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"Wright is greedy" is easily the worst take in the recent history of Mets fandom, and there have been some bad takes in Mets fandom.

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 Post subject: Re: What does it mean if David Wright retires?
PostPosted: Fri Sep 01, 2017 1:26 pm 
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At the risk of being super (super duper?) annoying and grandstand-y, the legal side *is* the moral side here.

Wright's ability to even earn the right to sign the ("team friendly" at the time) contract is the result of a labor movement that slowly earned the right to negotiate contracts with the organization that drafted them. In part, these contracts and the guaranteed money were negotiated by the MLBPA precisely for situations like Wright's. Teams could (and would, and do, in some cases) otherwise intentionally or negligently run players careers into the ground with no downside. See, e.g., Football League, National. Wright has earned a ton of money from the Mets, but the data shows he and the rest of the MLBPA hasn't earned nearly what they've been worth to the team and league. And I'm not just talking about Wright. I'm talking about Michael Cuddyer, Russ Ortiz, Chico Walker, and anyone else who has ever put on the uniform. Has nothing to do with Wright being a good person, or a "star," or a media darling.

Wright's ability to get money here when he can't even play, is not only technically OK, but exactly the point of the labor movement that proceeded him. That he got hurt and gets to keep his money is why he signed the contract in the first place, and why players fought so hard to earn labor rights. Getting the money when he's a broken shell of a player is the moral issue, which is the labor issue. Giving the money back, or agreeing to take less than what he is owed, when teams absolutely not compelled to do anything resembling fair outlays to labor is, if nothing else, a misread of the history of labor in the MLB. If not for a long line of moral argument and shifting norms of what is appropriate, Wright and others like him would have continued to be exploited by owners and an industry that exists as a direct result of labor. And the industry is happy to continue to exploit minor league players and new major leaguers. Almost nobody but the owners and media companies get to see the revenue pie.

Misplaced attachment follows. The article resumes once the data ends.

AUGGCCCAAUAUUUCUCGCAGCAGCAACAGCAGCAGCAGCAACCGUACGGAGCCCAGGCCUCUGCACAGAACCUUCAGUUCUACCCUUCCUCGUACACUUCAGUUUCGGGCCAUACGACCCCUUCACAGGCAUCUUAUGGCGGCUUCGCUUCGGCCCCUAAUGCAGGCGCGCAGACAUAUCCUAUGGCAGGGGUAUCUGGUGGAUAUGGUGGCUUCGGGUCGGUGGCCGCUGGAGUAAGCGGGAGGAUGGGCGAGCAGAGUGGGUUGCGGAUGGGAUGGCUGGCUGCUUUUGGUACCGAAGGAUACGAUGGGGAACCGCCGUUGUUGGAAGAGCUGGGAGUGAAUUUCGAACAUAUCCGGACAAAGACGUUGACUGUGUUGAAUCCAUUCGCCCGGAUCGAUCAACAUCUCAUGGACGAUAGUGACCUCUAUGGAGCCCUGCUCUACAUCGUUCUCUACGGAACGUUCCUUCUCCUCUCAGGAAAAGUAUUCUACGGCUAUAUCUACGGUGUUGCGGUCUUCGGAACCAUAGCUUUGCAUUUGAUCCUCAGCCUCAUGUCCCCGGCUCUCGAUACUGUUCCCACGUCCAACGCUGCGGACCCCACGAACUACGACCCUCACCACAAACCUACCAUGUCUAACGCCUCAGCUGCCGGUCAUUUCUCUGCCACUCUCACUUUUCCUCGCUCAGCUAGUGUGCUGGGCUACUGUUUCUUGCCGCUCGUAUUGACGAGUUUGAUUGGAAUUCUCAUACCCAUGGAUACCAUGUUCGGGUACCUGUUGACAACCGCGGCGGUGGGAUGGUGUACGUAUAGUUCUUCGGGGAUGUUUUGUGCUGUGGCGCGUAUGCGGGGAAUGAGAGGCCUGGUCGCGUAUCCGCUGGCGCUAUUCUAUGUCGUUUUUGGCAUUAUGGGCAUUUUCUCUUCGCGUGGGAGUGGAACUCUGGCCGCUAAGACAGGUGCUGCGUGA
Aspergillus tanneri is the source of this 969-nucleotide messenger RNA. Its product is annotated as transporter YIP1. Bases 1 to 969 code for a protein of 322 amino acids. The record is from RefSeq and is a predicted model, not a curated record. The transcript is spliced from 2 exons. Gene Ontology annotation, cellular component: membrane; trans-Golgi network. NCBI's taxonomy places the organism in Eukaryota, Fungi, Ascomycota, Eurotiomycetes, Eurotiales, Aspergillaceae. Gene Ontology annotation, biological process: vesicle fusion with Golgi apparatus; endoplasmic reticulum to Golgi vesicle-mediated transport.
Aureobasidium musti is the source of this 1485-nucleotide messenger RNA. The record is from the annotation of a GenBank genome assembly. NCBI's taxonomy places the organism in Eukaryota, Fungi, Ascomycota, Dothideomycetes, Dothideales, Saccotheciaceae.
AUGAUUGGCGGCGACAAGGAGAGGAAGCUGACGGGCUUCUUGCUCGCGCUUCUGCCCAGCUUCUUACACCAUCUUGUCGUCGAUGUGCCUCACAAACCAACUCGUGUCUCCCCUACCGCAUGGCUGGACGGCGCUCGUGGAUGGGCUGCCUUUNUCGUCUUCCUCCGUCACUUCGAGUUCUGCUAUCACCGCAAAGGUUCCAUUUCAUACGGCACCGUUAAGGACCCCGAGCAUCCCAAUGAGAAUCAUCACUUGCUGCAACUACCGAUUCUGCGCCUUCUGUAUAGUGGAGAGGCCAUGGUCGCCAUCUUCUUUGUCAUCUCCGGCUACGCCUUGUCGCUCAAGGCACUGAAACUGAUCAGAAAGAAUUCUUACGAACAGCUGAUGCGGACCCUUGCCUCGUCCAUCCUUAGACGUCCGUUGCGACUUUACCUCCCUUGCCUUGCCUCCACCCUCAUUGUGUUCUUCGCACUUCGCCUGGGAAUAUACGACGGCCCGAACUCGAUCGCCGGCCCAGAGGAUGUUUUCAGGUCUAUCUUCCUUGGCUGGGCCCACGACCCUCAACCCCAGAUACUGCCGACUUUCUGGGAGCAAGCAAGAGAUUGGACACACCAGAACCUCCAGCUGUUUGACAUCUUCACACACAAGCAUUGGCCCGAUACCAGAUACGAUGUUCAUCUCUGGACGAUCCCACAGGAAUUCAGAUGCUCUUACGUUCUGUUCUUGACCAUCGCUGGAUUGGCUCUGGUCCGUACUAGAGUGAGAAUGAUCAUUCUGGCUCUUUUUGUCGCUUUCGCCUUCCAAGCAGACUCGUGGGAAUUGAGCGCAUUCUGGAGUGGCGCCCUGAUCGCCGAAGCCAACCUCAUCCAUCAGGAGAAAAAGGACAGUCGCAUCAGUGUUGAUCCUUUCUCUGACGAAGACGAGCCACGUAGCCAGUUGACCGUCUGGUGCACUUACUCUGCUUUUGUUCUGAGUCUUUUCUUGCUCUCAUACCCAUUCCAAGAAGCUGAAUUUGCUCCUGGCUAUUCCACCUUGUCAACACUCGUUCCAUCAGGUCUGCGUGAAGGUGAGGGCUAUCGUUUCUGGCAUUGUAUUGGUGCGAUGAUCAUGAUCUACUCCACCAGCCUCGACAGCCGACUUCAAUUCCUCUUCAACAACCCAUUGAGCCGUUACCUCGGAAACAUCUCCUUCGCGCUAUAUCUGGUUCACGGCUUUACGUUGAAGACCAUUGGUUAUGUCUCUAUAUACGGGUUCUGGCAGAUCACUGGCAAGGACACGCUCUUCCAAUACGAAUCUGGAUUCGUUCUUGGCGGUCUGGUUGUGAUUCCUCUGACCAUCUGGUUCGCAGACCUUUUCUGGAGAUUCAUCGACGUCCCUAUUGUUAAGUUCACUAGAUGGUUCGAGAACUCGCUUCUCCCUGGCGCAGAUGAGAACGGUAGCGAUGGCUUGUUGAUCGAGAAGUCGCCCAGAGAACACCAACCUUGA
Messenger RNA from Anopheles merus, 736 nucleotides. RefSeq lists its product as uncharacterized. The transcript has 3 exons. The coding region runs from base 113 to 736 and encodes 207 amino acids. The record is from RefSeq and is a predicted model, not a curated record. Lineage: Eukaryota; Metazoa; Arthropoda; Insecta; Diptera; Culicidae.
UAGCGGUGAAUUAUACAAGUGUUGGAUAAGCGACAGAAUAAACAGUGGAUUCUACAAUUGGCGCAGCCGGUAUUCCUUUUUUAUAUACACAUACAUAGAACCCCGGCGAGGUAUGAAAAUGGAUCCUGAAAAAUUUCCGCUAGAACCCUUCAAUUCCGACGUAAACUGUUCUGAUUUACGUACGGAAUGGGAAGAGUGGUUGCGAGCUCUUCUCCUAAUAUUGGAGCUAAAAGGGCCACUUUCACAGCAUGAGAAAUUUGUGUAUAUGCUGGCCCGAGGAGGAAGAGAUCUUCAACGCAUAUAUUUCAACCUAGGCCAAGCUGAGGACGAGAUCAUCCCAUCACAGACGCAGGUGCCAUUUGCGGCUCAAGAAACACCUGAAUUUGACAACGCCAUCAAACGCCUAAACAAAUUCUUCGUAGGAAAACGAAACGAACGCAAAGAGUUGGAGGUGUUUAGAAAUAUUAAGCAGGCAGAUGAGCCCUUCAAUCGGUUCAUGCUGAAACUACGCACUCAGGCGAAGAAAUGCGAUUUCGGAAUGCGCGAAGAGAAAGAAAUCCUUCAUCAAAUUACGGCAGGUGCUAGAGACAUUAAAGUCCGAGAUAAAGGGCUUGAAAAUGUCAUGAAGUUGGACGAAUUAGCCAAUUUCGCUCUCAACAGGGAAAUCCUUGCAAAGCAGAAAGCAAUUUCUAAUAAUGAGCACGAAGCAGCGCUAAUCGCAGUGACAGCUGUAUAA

We can all make really good arguments that to the extent there is any moral issue here, it's that the owners (and the league) -- the ones Wright I guess is supposed to feel compelled to at least feel guilty (?) that he's not handing back money? -- do everything they can to keep a lid on salaries. It's hard to blame them (money's really great!), but it's weird that the issue of morality and "earning" only appears to be a one-way street in the public. The only investment in America that has had no limit over the years is sports team ownership. It's the best game in town because the labor is captive and the demand is sewn into the culture. The league generates billions of dollars and pays labor, collectively, almost nothing in comparison.